Gilbert & Sullivan Book and Ceramics Collection
The Oviatt Library at California State University-Northridge (CSUN)
18111 Nordhoff Street, Northridge, CA 91330
is now home to
The Gilbert and Sullivan Book and Ceramics Collection
Gilbert and Sullivan operas have been enjoyed by countless theater goers since they were first performed over 100 years ago. Their characters and music continue on in our culture in many ways. The Gilbert and Sullivan Collection is housed in the Special Collections Department. It contains Peter Goffin posters, music scores, Bab Ballad books, theater programs, advertising cards, and other ephemera produced for fans of W. S. Gilbert and Arthur Sullivan.
The collection was assembled over an eighteen year period from 1988 through 2006 and donated to the Oviatt Library in 2007 and 2008. It numbers well over 900 books in addition to the aforementioned items. The collection is on the library's online catalog under the name The David Trutt Gilbert and Sullivan Collection.
Collecting began with the widely available Alan Jefferson Complete Gilbert & Sullivan Opera Guide and ended with the scarce Isaac Goldberg compilation of "New and Original Extravaganzas" by Gilbert. William Schwenck Gilbert was born November 18, 1836 and Arthur Seymour Sullivan was born May 13, 1842. The first and last of their fourteen collaborative efforts are: Thespis opening in December 1871 and The Grand Duke opening in March 1896. The other twelve are: Trial by Jury, The Sorcerer, HMS Pinafore, The Pirates of Penzance, Patience, Iolanthe, Princess Ida, The Mikado, Ruddigore, The Yeomen of the Guard, The Gondoliers, Utopia Limited.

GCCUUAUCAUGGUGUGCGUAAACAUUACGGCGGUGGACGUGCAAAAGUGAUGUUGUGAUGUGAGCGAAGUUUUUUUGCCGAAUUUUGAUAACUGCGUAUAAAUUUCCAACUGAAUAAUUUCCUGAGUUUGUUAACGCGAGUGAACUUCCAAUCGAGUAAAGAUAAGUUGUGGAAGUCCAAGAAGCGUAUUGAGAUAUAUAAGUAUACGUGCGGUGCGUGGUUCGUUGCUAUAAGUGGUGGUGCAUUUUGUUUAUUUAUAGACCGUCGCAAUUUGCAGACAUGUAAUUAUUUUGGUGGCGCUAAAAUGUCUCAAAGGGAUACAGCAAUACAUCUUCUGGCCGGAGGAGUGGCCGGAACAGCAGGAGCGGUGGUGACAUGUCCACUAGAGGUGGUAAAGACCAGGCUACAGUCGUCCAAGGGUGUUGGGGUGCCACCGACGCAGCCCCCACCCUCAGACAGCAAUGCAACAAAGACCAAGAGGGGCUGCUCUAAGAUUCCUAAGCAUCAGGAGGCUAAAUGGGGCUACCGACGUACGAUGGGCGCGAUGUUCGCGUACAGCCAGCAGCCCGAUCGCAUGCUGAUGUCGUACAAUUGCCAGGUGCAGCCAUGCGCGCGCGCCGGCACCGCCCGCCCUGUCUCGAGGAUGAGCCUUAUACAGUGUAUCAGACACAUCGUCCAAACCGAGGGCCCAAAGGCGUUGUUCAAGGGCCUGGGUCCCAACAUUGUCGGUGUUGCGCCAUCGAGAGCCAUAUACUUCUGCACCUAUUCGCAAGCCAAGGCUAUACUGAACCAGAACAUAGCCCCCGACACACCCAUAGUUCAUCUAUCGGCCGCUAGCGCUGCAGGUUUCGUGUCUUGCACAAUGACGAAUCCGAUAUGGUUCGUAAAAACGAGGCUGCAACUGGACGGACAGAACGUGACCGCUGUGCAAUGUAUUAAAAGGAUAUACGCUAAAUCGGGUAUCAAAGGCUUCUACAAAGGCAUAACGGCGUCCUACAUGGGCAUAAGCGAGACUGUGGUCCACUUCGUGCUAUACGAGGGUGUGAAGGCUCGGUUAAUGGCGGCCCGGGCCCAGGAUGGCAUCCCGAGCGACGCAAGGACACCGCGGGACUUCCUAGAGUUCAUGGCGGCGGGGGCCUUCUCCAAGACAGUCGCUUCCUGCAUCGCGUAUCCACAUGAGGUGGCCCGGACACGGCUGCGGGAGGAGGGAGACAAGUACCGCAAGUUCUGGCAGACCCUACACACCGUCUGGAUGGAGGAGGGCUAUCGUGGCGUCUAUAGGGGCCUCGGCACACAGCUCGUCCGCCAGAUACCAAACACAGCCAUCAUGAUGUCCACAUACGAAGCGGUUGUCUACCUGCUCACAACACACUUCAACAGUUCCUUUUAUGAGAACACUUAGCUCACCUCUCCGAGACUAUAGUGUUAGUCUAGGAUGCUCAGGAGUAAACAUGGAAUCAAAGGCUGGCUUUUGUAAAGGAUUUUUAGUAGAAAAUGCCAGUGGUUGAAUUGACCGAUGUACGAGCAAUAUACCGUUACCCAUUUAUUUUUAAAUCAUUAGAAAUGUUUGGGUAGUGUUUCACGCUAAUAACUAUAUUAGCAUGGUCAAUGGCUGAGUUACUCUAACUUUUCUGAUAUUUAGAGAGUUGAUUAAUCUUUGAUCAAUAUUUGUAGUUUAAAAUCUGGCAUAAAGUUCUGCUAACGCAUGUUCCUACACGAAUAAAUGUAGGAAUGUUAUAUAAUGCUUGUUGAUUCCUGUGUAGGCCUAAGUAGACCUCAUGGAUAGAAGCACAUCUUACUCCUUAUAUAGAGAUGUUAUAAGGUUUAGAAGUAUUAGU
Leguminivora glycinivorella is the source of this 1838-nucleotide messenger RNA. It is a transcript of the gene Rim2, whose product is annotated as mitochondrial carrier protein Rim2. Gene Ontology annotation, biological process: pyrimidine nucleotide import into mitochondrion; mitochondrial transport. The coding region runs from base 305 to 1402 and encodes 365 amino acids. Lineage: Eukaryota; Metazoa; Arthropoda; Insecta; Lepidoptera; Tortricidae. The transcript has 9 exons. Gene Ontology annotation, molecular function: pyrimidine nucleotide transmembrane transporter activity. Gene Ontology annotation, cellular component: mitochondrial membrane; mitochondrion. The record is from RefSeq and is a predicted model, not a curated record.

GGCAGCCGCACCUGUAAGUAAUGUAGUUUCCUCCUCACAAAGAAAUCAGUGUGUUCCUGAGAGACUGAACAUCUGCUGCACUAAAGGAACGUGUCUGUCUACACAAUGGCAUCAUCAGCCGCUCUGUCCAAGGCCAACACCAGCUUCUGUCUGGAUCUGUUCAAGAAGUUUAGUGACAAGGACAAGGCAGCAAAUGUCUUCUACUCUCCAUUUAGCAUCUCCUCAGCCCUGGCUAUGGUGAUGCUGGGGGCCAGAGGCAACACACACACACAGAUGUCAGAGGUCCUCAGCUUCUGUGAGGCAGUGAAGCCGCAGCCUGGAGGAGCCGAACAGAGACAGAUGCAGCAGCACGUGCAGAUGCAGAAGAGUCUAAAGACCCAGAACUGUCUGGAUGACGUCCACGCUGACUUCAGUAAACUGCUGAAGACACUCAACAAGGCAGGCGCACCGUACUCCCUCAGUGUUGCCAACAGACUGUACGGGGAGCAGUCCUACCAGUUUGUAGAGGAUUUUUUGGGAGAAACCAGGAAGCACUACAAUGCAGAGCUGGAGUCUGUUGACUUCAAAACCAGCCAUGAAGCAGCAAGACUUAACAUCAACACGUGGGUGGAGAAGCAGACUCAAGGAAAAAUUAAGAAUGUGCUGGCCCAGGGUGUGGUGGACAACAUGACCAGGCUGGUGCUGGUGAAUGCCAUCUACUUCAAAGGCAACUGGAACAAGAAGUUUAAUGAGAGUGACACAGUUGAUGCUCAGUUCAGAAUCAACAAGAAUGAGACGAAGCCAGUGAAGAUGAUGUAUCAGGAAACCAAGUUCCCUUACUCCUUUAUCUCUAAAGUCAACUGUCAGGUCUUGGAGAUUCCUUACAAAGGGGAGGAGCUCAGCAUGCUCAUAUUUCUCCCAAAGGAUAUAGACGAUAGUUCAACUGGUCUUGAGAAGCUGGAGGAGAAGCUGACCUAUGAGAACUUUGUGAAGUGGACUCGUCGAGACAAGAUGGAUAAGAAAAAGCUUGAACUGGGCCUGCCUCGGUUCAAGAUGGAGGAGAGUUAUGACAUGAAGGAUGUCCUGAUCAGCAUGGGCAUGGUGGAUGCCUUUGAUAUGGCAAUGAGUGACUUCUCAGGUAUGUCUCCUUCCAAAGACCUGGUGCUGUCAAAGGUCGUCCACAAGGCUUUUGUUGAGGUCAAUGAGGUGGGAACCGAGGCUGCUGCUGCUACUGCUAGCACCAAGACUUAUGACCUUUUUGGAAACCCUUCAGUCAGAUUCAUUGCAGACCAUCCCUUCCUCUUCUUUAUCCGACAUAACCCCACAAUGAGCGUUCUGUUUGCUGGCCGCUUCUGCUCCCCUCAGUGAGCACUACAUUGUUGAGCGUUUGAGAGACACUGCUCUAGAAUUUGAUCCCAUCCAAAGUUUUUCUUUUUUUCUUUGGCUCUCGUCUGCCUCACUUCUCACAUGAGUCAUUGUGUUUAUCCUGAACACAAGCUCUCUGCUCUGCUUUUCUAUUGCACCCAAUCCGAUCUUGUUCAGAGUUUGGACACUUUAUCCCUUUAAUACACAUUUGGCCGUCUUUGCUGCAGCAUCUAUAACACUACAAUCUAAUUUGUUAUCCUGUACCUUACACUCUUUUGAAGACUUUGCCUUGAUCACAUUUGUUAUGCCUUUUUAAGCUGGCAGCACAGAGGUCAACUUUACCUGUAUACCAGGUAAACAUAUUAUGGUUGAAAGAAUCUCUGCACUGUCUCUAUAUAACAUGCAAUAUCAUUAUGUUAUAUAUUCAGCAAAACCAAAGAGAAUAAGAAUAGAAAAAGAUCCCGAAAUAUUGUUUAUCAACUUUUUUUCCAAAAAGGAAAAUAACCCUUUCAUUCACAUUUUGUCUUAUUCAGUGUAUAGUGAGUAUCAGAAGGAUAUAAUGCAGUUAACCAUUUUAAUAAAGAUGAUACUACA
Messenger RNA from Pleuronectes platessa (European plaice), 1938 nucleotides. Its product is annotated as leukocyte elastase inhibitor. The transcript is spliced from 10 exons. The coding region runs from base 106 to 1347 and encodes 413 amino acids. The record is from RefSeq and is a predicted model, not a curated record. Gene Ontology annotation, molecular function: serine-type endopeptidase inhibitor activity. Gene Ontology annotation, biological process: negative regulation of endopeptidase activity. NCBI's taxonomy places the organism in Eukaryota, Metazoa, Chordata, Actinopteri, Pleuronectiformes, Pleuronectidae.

Three principles governed the collecting process: 1.) Books published between 1869 and 2000 authored by or on the subject of W. S. Gilbert and/or Arthur Sullivan. The significance of 1869 is that it was the first year of publication of Gilbert's Bab Ballads. 2.) Every effort was made to acquire dust jackets. Titles were rebought to upgrade quality or add a dust jacket. 3.) Non Gilbert and Sullivan titled books, but with significant sections relating to the pair were included.
As the amount of books increased the following were added to give this collection a distinctive quality: 1.) Every available edition of a given title is included. This transformed the collection to include a visual experience; for a given title there are size changes, cover design and jacket variations. Alan Jefferson's book comes in two dust jacket versions, one selling for $22.95 and one selling for £14.95. 2.) Bab Ballads. Prior to his partnership with Sullivan, Gilbert produced a series of "topsy-turvy" verses for periodicals signed by Gilbert as Bab. These were collected in various groupings and published in book form as The Bab Ballads, More Bab Ballads, Fifty Bab Ballads and similar titles. There are over one hundred of these books, including three first editions.
Related Materials in the Collection
The collecting process led to pathways from the main Gilbert and Sullivan road to related materials. These include works on the Savoy Hotel, the Savoy Cocktail Book, William Gilbert, Blanche Roosevelt, Eyre Massey Shaw, George Grossmith, and Tennyson's Princess.
Richard D'Oyly Carte built the Savoy Theatre to showcase the Gilbert and Sullivan operas, and the adjoining Savoy Hotel with profits earned from his business, On this pathway is an large sub-collection of books about the hotel.
The popular Savoy Cocktail Book, originally published by the Savoy Hotel bartender, Harry Craddock, has gone through numerous editions over the decades. Many of them are in the collection.